There’s no escaping the fact that our economy has dealt a crushing blow to many families’ finances. Across the nation, individuals, couples and families are struggling to pay rents and mortgages and keep enough food on the table. On top of all this is the rising cost of health care, and the added cost-sharing even for those insured by employers. Individuals in all 50 states are putting off doctor visits, delaying needed medical care and opting not to fill prescriptions.
In their report Snapshots from the Kitchen Table: Family Budgets and Health Care, The Kaiser Family Foundation’s Commission on Medicaid and the Uninsured (KCMU) found that healthcare costs were a major strain on budgets of families across the nation, especially when a critical illness is involved. The report took a good look at a burden many people face today and so many others fear. That burden is caring for a family member with a critical illness without letting the cost of care lead them to either make sacrifices on quality of care or succumb to financial ruin.
In the report we meet an unemployed man with stomach cancer whose COBRA eligibility had run out. He’s forced to enroll in a plan with over $1,000 monthly premiums and a deductible. After having already burned through his 401(k) and skipping several mortgage payments to pay medical bills, he has fallen $60,000 dollars into medical debt and is growing deeper and deeper into debt each month.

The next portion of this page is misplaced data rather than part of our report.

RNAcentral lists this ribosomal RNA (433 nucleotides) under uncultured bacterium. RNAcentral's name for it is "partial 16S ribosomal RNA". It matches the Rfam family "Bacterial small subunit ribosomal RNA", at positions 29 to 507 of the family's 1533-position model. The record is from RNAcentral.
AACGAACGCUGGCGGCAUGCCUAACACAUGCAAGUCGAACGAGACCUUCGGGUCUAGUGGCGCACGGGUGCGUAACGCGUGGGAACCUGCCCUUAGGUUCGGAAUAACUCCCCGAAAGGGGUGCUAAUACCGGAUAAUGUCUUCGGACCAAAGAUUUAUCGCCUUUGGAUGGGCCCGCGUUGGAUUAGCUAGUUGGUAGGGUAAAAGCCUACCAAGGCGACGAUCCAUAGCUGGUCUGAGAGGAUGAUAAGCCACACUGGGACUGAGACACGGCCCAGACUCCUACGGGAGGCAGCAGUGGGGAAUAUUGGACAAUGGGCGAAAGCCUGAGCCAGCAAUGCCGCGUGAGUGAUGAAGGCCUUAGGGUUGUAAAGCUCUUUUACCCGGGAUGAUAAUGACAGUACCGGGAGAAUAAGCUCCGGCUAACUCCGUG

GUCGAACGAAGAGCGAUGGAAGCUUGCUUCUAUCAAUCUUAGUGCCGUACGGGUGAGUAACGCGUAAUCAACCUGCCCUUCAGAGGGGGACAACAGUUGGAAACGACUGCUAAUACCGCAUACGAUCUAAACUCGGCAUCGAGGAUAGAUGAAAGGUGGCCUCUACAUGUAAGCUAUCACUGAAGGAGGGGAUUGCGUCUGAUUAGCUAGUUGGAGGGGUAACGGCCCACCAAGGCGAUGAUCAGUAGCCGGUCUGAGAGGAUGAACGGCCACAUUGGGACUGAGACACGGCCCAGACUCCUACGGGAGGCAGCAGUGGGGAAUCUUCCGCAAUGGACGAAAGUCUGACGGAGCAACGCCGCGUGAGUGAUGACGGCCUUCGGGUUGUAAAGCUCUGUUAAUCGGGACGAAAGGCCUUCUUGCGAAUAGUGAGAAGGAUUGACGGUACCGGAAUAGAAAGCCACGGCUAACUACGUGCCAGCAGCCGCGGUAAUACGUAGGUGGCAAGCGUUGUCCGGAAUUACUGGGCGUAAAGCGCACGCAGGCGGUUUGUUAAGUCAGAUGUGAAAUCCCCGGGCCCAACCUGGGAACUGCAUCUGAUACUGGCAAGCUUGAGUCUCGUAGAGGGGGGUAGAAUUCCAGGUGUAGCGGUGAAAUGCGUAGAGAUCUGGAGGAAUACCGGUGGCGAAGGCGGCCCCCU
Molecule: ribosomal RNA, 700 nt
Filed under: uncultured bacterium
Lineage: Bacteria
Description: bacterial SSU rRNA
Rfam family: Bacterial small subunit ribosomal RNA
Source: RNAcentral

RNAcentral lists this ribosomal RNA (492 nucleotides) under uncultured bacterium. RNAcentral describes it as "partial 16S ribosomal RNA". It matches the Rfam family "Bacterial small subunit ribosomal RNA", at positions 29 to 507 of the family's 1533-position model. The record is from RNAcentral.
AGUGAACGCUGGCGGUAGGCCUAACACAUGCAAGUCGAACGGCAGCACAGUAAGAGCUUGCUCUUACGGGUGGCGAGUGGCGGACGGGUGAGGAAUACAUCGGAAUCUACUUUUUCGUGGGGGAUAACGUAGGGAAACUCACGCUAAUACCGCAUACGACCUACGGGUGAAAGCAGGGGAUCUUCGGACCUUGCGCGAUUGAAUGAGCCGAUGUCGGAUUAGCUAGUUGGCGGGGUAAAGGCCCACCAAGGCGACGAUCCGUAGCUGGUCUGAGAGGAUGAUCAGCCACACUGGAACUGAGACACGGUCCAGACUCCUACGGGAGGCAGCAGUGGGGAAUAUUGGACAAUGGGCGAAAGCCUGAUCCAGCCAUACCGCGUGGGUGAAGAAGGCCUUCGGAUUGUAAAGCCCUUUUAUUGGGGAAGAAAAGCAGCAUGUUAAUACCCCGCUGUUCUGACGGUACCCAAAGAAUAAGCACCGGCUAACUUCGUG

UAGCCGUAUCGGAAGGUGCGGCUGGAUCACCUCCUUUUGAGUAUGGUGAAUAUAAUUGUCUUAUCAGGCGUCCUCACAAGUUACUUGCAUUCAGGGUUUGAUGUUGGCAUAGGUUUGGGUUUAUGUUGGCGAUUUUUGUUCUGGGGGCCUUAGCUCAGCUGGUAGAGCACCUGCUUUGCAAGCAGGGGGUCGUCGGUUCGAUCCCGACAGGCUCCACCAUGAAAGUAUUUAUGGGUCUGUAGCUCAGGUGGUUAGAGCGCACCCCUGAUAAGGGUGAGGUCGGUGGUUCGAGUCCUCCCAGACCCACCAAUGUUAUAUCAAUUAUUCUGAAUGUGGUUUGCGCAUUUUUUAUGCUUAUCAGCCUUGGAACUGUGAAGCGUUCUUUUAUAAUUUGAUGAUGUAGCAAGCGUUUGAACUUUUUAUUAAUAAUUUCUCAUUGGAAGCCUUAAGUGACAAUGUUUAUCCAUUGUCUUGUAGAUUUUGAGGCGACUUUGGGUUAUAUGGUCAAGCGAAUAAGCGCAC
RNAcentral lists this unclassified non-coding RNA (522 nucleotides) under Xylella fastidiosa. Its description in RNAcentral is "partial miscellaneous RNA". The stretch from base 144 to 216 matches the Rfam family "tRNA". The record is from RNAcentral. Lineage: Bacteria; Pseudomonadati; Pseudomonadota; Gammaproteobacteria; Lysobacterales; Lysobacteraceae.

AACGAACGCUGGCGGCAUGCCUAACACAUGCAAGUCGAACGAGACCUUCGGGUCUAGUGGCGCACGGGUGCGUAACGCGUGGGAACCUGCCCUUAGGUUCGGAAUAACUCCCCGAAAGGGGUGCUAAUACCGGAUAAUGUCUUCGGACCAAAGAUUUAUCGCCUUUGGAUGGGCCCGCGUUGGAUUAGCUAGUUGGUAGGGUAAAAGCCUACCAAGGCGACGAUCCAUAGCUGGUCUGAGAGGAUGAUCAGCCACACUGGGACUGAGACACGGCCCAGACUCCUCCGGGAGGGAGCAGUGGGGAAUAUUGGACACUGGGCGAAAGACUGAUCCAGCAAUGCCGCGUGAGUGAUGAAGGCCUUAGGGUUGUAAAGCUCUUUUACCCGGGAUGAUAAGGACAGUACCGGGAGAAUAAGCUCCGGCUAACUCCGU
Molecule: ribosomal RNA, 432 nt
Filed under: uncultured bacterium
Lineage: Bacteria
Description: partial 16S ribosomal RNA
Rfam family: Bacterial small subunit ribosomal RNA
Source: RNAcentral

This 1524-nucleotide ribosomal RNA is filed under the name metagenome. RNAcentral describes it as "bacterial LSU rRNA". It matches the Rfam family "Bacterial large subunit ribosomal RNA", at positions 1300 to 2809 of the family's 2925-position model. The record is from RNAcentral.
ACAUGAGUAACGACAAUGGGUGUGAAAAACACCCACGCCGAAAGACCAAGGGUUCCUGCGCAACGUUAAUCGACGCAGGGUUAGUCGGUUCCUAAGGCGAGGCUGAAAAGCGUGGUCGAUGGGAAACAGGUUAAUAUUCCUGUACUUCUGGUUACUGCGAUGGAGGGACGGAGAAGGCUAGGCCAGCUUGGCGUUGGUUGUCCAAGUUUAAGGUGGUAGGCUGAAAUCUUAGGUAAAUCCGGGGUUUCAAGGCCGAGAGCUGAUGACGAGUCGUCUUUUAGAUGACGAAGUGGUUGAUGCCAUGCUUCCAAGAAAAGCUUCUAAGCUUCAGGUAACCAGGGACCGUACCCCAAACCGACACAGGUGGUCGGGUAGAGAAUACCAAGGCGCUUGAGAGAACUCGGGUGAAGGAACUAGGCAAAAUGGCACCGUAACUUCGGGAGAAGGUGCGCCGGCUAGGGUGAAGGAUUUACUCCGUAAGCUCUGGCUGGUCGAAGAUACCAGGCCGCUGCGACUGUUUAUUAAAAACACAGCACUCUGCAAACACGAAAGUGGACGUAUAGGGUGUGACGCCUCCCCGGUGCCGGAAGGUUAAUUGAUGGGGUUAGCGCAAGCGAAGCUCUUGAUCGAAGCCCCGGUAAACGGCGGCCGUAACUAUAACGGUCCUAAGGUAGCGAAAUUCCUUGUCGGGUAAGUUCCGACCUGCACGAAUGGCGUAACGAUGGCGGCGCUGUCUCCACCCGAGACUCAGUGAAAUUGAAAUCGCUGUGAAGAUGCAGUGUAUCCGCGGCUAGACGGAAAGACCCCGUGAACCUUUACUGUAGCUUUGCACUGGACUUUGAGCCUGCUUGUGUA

We also meet a woman in her early 50s who has breast cancer. Her employer-sponsored insurance covered 80 percent of her lumpectomy but after having the procedure done, she quickly met her plan’s annual maximum and had to pay for chemotherapy out-of-pocket. Because of the high costs, she decided to postpone her treatments until the next plan year.
As these two cases show, high cost-sharing and insurance plan maximums lead even the critically ill to plunge deeply into debt or put off care that could help them beat their diseases. Employers do, however, have an option to help employees keep financially sound, even in the face of a critical illness.
Supplemental Critical Illness Policies:
Offering voluntary critical illness policies as a supplemental benefit can help employees with a history of cancer, heart disease or other critical illnesses avoid the crippling financial consequences down the road.
What critical illness plans do is pay a lump sum benefit to your employees at their first diagnosis of a covered illness. Eligible employees choose the dollar amount of coverage (i.e. the amount of the lump sum that they would be paid if they got diagnosed with a covered illness) and have their premiums for this policy deducted directly from their paychecks.
The lump sum that critical illness policies pay out can help employees keep out of medical debt and finance the illness-related expenses that their insurance doesn’t cover. Think of your health insurance as a guarantee that you’ll get treated when you get sick and this voluntary benefit as the help you need to afford the bills.